This week was supposed to be part two of last week’s post about your personal priorities, but that got highjacked by the post, below. Part two will appear next week. — t.
I’ve struggled for nearly a year with a problem that I couldn’t find a good answer to. Everyone who is familiar with PIFW has been urging me to write a how-to book.
It’s a good idea from a business perspective. It gives the PIFW message a broader reach, and opens up doors. “Blogging is out of date”, I’m told. “No one reads blogs.”
But you’re reading one right now, so I ignored those messages.
When it comes right down to it, I just don’t want to write yet another how-to-write book. There’s way too many of them out there already. And I don’t know about you, but I find most of them don’t go far enough to resolve my unique problems.
That’s the issue with productivity and writing fiction–every author has a different work process. Every author has a different set of problems that need to be tackled to maximize their word count to a level that suits them and makes them happy to get to work each day.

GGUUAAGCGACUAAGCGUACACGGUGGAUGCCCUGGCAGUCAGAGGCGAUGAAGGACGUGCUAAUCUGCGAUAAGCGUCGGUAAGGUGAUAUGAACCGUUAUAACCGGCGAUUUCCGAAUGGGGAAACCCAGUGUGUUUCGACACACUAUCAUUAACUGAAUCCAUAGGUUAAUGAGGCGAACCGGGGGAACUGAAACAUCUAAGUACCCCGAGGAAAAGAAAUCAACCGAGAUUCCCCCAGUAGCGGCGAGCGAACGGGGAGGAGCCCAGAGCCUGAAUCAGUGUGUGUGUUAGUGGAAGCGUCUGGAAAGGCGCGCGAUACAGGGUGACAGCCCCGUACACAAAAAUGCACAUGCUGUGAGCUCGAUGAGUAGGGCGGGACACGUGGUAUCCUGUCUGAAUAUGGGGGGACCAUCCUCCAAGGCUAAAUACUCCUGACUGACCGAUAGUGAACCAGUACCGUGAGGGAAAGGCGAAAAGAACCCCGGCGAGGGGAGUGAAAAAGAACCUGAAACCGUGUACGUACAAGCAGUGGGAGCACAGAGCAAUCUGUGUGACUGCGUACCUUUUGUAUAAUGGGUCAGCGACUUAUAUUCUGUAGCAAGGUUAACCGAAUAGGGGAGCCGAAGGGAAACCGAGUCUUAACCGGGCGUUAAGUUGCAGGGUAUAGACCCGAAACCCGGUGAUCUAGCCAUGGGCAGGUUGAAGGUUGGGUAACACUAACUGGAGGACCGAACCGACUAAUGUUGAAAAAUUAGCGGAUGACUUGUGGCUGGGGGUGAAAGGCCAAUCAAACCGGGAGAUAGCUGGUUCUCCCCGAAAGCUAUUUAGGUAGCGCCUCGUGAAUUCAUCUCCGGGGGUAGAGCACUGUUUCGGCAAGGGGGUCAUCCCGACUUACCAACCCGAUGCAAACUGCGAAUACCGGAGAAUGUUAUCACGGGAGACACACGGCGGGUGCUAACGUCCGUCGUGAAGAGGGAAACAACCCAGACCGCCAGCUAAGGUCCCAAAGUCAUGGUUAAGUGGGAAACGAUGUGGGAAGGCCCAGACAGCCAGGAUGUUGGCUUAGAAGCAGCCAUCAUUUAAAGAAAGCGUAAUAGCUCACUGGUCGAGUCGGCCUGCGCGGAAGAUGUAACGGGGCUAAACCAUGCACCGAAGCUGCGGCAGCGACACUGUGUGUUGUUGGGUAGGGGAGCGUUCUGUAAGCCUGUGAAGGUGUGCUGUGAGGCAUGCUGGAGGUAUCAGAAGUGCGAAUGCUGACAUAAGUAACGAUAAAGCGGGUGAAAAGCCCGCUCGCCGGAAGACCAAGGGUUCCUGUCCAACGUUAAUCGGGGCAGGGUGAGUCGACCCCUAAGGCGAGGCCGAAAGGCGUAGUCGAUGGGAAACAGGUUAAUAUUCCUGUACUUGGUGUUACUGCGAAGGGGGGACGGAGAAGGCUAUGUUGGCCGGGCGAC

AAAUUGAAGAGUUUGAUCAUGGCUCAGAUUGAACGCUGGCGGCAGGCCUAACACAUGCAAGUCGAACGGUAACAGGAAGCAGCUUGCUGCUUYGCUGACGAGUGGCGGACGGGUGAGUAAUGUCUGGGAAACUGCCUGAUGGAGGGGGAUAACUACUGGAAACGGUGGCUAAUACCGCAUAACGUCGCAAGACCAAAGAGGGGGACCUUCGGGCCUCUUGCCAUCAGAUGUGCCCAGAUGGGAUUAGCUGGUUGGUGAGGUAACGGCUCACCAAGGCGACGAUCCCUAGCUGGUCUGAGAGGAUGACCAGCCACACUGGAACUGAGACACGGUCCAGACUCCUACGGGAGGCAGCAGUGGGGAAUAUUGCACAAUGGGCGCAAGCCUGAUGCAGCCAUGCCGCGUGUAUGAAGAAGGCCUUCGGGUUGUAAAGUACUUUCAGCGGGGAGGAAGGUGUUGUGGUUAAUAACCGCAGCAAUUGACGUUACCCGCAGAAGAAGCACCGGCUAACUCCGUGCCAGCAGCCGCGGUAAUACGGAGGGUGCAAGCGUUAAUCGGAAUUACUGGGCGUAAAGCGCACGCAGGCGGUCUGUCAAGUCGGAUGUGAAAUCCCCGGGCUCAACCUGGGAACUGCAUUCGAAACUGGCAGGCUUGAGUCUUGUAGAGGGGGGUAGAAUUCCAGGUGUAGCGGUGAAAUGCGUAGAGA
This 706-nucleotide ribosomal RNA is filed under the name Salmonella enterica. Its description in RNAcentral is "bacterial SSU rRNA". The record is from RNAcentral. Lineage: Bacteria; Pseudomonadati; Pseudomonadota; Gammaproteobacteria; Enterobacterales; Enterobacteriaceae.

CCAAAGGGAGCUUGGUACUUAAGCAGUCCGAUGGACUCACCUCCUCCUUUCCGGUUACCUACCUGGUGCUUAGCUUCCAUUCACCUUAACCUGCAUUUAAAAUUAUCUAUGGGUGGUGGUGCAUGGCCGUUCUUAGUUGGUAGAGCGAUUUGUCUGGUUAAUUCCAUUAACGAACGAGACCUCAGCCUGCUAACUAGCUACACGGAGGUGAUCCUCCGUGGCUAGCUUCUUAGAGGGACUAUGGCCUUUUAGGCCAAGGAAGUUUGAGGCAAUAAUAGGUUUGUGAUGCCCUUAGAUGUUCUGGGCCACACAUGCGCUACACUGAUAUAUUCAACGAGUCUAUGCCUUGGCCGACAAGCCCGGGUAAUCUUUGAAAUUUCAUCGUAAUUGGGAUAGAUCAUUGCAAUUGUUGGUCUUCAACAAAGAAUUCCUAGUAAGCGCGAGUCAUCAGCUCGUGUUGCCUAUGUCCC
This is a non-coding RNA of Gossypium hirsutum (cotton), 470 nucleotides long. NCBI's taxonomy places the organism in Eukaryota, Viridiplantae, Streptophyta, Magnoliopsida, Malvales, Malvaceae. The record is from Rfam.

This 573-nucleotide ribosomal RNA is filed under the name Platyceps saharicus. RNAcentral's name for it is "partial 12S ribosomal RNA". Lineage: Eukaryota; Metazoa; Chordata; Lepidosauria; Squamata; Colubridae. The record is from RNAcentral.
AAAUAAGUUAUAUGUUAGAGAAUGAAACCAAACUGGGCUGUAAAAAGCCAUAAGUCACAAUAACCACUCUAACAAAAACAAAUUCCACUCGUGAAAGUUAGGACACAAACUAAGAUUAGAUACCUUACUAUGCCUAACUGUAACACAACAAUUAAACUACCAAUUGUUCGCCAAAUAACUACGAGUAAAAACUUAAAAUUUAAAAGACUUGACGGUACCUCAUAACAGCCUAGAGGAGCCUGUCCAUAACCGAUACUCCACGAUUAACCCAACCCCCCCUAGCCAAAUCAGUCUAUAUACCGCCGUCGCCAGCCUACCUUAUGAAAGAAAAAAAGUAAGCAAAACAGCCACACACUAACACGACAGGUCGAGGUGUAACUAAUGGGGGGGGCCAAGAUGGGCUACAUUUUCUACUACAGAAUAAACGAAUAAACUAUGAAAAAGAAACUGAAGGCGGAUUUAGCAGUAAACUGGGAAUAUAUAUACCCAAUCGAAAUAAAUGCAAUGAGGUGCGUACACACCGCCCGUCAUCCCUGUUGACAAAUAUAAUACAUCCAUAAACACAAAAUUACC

From working with authors over the last couple of years, I know that I’m a bit of a freak of nature. I write very fast (sometimes, as I learned in the last year, too fast for my health). But I’ve learned a lot about productivity for fiction authors, reaching for the speed I write at now, and I’ve also learned that every author can write more/faster…if they want to.
So, instead of writing a book with content styled for the lowest common denominator, I’ve opened a Patreon page, where I can work with authors one-to-one.
The Patreon page includes a private Discord channel where writing challenges can be posted, along with group brainstorming, and where simple encouragement and back pats can be handed out.
There are other intangibles and benefits, too.
Check out the Patreon page here.
If you have any questions, feel free to hit reply and ask.